The world is on the brink of winning the fastest vaccine race in history. As of this writing, two mRNA vaccines have been approved for emergency use in some countries and are being administered. An end to the Coronavirus pandemic appears to be in sight. But questions loom about large countries like India being able to buy, distribute and deliver the vaccine in an orderly and equitable way. And larger questions are emerging about the differential vaccine access between high-income countries and others, despite attempts by WHO and the Global Vaccine Alliance GAVI to build distribution protocols that are fair.
NCAER hosted policymakers, economists, and public health specialists in a special, end-of-the-year, extended NCAER Coronavirus Briefing to discuss how India will vaccinate its billion plus people. The event opened with Indu Bhushan, CEO of Ayushman Bharat, and Ajay Shah, former Professor at NIPFP, laying out of the issues from a public health and public economics perspective. Renu Swarup, Secretary, Department of Biotechnology, Srinath Reddy, President, Public Health Foundation of India, Keshav Desiraju, Former Secretary, Ministry of Health and Family Welfare, and Mohammed Suleman, Additional Chief Secretary, Directorate of Health Services for Madhya Pradesh, then offered their comments and insights. Finally, Junaid Ahmad, India Country Director for the World Bank and Harish Iyer, Senior Adviser for Scientific Programs, Bill and Melinda Gates Foundation, offered a global perspective. NCAER Director General Shekhar Shah moderated the discussion.
Panellists sought to answer questions such as: Whether imported or produced at facilities like the Serum Institute of India, how will the vaccines be stored, distributed and ultimately administered? In what way can the private sector participate, in what capacity, and in which part of the supply chain? Or should it be a state monopoly? What will be the regulatory regime? Can individuals or private firms import vaccines freely? Are the vaccines a “public good” or a “private good,” as economists think of these terms?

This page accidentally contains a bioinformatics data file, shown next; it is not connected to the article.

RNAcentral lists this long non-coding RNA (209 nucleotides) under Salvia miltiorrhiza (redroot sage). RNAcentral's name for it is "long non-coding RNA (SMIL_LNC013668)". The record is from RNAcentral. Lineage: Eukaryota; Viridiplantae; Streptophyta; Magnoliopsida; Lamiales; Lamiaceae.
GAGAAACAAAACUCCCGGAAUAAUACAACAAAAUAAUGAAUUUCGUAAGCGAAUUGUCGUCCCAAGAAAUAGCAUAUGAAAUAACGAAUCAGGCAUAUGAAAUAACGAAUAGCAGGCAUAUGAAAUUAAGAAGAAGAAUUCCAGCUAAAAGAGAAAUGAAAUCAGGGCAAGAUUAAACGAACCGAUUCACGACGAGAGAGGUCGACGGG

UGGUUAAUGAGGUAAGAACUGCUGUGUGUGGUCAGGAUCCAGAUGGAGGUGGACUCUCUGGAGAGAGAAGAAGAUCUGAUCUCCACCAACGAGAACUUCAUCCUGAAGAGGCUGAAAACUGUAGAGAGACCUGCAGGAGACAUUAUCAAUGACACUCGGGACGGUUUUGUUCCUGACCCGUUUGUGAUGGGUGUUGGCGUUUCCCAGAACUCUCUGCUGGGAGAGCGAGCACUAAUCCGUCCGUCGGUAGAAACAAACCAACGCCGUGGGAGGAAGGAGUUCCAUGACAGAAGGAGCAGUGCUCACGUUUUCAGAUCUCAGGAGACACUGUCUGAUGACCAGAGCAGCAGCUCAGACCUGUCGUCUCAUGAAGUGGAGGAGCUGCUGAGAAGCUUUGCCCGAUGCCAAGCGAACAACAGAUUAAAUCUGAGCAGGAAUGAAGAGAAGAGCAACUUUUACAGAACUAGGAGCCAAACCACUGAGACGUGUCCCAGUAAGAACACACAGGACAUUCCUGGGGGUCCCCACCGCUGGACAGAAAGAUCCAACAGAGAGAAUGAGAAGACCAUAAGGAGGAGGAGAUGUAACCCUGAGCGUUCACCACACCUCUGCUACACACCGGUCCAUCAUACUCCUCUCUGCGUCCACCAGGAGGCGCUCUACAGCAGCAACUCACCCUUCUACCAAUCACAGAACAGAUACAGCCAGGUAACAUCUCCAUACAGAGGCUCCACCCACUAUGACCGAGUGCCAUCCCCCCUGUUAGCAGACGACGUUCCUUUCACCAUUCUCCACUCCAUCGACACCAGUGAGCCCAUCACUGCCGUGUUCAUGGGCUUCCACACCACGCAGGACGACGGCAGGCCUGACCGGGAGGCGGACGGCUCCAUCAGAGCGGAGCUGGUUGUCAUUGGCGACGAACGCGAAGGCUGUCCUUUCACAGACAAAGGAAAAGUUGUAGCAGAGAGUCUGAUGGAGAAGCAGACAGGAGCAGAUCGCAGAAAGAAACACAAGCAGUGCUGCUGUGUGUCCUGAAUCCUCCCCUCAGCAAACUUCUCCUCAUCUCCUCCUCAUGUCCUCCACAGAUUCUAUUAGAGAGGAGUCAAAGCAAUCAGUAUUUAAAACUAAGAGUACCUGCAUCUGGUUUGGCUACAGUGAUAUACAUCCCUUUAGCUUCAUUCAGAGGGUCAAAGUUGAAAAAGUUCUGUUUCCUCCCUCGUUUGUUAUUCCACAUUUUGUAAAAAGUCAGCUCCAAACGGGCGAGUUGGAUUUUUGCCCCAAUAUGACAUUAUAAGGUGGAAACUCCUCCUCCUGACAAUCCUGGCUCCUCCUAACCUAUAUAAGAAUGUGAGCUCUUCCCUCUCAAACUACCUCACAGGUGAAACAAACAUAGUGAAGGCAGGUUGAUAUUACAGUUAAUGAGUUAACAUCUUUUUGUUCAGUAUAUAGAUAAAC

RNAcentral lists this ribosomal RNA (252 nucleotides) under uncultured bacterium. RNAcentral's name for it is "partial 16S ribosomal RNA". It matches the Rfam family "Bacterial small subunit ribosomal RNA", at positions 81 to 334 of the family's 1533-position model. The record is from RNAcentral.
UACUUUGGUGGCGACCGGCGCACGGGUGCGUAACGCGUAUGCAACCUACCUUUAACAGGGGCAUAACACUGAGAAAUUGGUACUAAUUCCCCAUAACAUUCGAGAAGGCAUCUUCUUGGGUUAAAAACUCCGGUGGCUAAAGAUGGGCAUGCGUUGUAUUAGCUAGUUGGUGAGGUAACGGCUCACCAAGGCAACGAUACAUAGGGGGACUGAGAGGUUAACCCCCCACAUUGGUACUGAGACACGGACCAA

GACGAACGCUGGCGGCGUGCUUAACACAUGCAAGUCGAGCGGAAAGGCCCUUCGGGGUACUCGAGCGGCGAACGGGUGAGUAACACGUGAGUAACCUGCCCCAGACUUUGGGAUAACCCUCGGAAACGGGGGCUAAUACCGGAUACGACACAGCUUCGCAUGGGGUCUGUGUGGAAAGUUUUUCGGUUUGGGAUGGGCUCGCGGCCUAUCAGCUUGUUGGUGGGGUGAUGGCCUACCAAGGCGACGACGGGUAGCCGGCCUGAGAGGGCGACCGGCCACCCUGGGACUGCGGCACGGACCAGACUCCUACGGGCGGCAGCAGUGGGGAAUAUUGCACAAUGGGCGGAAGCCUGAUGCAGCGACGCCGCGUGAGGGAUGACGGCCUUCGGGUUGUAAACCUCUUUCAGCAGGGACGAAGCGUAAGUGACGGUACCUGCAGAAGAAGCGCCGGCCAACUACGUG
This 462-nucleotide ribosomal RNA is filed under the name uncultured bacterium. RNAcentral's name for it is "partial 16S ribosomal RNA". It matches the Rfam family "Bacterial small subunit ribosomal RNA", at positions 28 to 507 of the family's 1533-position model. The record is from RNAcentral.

Who will get which vaccine, when, and what will be the implications? There is consensus to first target health and other essential workers and priority groups such as the elderly with co-morbidities. Initial estimates suggest a priority group of 300 million, requiring at least 600 million doses, assuming a two-dose vaccine. This is roughly equivalent to the entire US demand for the vaccine. By when will such scale be reached? How will priority targeting be done? How will Aadhaar help?
What will be the price? Or prices? How can the Centre and States prepare for the cost of import, production and roll-out when fiscal resources are already strained? What role will international agencies like the World Bank, WHO, GAVI, and the Gates Foundation play in India? More immediately, how will these preparations and costs be reflected in the upcoming FY2021-22 Union Budget, due in just over a month’s time?
Whichever way we see it, India’s COVID-19 vaccination strategy and its implementation and monitoring will be India’s grand public health challenge of the century — met hopefully by the right vaccines, made available on a priority basis to the right people and at the right price. It will also be an opportunity to fill gaps in our health policy and regulatory capacities, our information and data systems, our health infrastructure, including cold chains and personnel, and in our consultations with communities and beneficiaries.
The presentation is available on this webpage